General Manager: John Mozeliak
Farm Director: Mike Girsch
Scouting Director: Jeff Luhnow
2006-2009 Draft Results:
First three rounds included
x- over-draft signees ($200,000+)
The Cardinals organization appears to have had a strong draft in ’09, but it will likely be a while before fans reap the benefits, especially in the case of Miller. The right-hander was drafted out of a Texas high school, so he’ll likely need about four years of development time before he’s ready to contribute on the big-league stage. In his debut, Miller made just two starts. In three innings, he allowed five hits and two walks. He also recorded two strikeouts. Miller’s repertoire includes a fastball that can touch 95 mph, as well as a curveball and a change-up. He’s considered a future No. 1 or 2 starter.
Stock has been on the draft radar for quite some time, and he even left high school early to pursue his collegiate career. Many expected Stock to be drafted as a pitcher, but the Cardinals allowed him to pursue his preferred vocation. As a pitcher at the University of Southern California, Stock allowed just 61 hits in 77.2 innings of work and had a strikeout rate of 10.0 K/9. As a hitter, he posted a triple-slash line of just .226/.345/.453 in 137 at-bats and failed to surpass the .300 batting-average mark in all three of his college seasons. Upon turning pro, Stock hit .322/.386/.550 with an ISO of .228 in 149 rookie-league at-bats. He also received a five-game trial in low-A ball. The 20-year-old surpassed all expectations with the bat in pro ball in ’09, but he was a college player playing in rookie ball.
Taken in the third round out of U.C. Riverside, Kelly should be considered an interesting sleeper. The right-hander is a ground-ball machine like a number of other Riverside grads, including Toronto’s Marc Rzepczynski. Kelly had a solid debut in short-season ball by posting a 2.61 FIP and a strikeout rate of 8.90 to go along with his ground-ball rate of 56.4%. He dominated lefties in his debut (.188 average), which is a good sign for a pitcher who relies heavily on his slider. Kelly made two starts in his debut, but he’ll likely end up as a dominating reliever, and quite possibly a closer.
Both Wallace and Peterson were used to acquire veteran Matt Holliday during the ’09 season. It was a high price to pay for what may end up being less than a year’s worth of Holliday. Wallace, 23, could find himself in the Majors in 2010 at either third base, first base or designated hitter. His power output improved after the move to Oakland and he posted an ISO rate of .203. Peterson had a solid season playing for both St. Louis and Oakland, but he may not have enough sock in his bat to play every day.
We’ll talk more in-depth on Lynn tomorrow during the Top 10 list, but he’s been a pleasant (fast-moving) surprise by reaching triple-A in his first full pro season. Vazquez had a terrible offensive season by hitting .197/.295/.250 in low-A ball and .209/.283/.293 in short-season ball. He’s also shown limited power and stole just three bases all year, so his value is tied solely to his ability to hit for average. He’s still just 20 years old, though. Scott Gorgen (4th round) is another pitcher to keep an eye on, and catcher Charles Cutler (14th round) has shown a solid left-handed bat.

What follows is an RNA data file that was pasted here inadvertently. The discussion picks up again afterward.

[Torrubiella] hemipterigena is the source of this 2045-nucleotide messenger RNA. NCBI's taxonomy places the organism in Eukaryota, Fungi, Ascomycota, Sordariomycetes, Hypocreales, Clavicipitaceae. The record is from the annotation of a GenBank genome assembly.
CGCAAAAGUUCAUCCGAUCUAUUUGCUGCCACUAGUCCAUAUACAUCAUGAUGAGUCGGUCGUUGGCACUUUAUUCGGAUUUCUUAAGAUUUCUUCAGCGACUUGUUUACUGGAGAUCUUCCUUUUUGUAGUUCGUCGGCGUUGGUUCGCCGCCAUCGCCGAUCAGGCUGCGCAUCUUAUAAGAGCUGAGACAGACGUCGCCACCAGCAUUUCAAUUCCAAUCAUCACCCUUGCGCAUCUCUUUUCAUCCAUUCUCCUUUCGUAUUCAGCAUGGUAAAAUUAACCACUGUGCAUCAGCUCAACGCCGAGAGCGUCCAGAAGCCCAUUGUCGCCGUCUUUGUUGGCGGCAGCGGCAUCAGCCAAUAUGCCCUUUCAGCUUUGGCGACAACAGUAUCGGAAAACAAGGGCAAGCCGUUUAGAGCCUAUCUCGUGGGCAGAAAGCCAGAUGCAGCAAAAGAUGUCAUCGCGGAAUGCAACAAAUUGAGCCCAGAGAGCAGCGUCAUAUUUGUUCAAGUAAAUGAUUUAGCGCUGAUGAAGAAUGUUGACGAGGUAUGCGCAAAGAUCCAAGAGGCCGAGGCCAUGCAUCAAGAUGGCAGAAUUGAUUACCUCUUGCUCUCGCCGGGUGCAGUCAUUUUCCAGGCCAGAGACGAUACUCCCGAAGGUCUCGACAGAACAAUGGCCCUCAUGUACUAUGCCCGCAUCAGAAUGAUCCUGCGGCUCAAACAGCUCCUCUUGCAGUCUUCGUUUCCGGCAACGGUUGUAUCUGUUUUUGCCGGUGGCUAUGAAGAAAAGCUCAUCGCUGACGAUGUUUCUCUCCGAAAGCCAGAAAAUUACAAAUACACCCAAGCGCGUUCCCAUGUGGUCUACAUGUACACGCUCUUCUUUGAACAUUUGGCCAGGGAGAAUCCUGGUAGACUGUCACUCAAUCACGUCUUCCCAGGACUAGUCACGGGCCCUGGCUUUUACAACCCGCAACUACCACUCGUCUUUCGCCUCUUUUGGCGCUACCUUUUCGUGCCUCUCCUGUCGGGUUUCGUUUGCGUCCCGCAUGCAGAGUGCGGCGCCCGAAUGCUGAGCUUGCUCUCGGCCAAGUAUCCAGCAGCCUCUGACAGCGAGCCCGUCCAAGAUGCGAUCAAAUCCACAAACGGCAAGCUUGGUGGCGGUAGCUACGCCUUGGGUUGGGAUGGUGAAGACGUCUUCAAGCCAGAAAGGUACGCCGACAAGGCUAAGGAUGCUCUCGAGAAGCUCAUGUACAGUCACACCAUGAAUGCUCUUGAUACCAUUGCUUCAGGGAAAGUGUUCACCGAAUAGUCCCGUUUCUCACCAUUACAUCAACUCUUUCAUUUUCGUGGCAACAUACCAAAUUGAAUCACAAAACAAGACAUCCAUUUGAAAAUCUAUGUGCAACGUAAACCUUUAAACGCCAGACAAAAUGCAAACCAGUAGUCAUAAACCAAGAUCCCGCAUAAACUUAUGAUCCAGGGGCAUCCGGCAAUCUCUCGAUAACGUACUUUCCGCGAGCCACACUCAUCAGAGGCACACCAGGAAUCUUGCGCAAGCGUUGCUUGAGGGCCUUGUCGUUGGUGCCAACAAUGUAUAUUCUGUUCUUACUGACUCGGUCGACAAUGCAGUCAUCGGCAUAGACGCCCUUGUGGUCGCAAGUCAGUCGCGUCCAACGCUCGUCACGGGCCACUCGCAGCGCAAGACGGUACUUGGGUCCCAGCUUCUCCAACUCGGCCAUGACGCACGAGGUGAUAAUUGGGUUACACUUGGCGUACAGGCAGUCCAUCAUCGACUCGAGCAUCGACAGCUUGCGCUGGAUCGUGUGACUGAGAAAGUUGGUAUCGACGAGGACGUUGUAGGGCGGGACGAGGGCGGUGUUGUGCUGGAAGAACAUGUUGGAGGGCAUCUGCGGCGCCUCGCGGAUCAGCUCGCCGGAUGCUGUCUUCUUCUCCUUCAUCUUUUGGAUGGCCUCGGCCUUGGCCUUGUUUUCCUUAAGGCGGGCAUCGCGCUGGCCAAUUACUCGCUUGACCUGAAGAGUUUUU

2007 1st Round: Peter Kozma, SS, Oklahoma HS
1S. Clayton Mortensen, RHP, Gonzaga (Traded to OAK)
2. David Kopp, RHP, Clemson
2. Jess Todd, RHP, Arkansas
3. Daniel Descalso, 3B, UC Davis
x- Brett Zawacki, RHP, Illinois HS
The Cardinals organization had a number of extra picks in ’07, but the results have been fairly modest, especially with Mortensen flipped to Oakland in the Holliday trade and Todd sent to Cleveland in the Mark DeRosa deal. First rounder Kozma, 21, has already reached double-A, but he hit just .216/.288/.312 and many are now projecting him as a utilty player. He still has promise, but he’s a middle infielder with limited power (.096 ISO) and he hasn’t had much success on the base paths, either.
Descalso, like Kozma, appears on the Top 10 list. Zawacki has yet to justify the above-slot deal he received and made just eight appearances in ’09. Kopp has had OK results, but projects as a reliever in the Majors. Tyler Henley (8th round), Adam Reifer (11th round), and Adron Chambers (38th round) were nice late-round finds. Signing college outfielder Kyle Russell in the fourth round would have made this draft all the better.
2006 1st Round: Adam Ottavino, RHP, Northeastern
1S. Chris Perez, RHP, Miami
2. Brad Furnish, LHP, Texas Christian
2. Jon Jay, OF, Miami
2S. Mark Hamilton, 1B, Tulane
3. Gary Daley, RHP, Cal Poly
x- Tommy Pham, SS, Nevada HS
Ottavino has had an up-and-down career in the organization mainly due to poor control and command; he posted a walk rate of 5.13 BB/9 in ’09 and has seen it increase over the past three seasons, while climbing the organizational ladder. Perez, like Todd, was traded to Cleveland. Jay may wind up as the most valuable pick in this draft. Furnish (6.48 FIP in double-A), Daley (5.99 BB% in low-A), and Pham (.691 OPS in high-A) have all disappointed. Hamilton showed improved power at double-A and triple-A in ’09, but his career has been slowed by injuries.
Late round finds include: Allen Craig (8th round), P.J. Walters (11th round), and Nick Additon (47th round). Luke Gregerson was another great find, but he’s applying his trade in San Diego now after being sent there in the Khalil Greene swap. D’Marcus Ingram (25th round), who has good speed, is someone to keep an eye on.
Tomorrow: The Cardinals Top 10 prospect list
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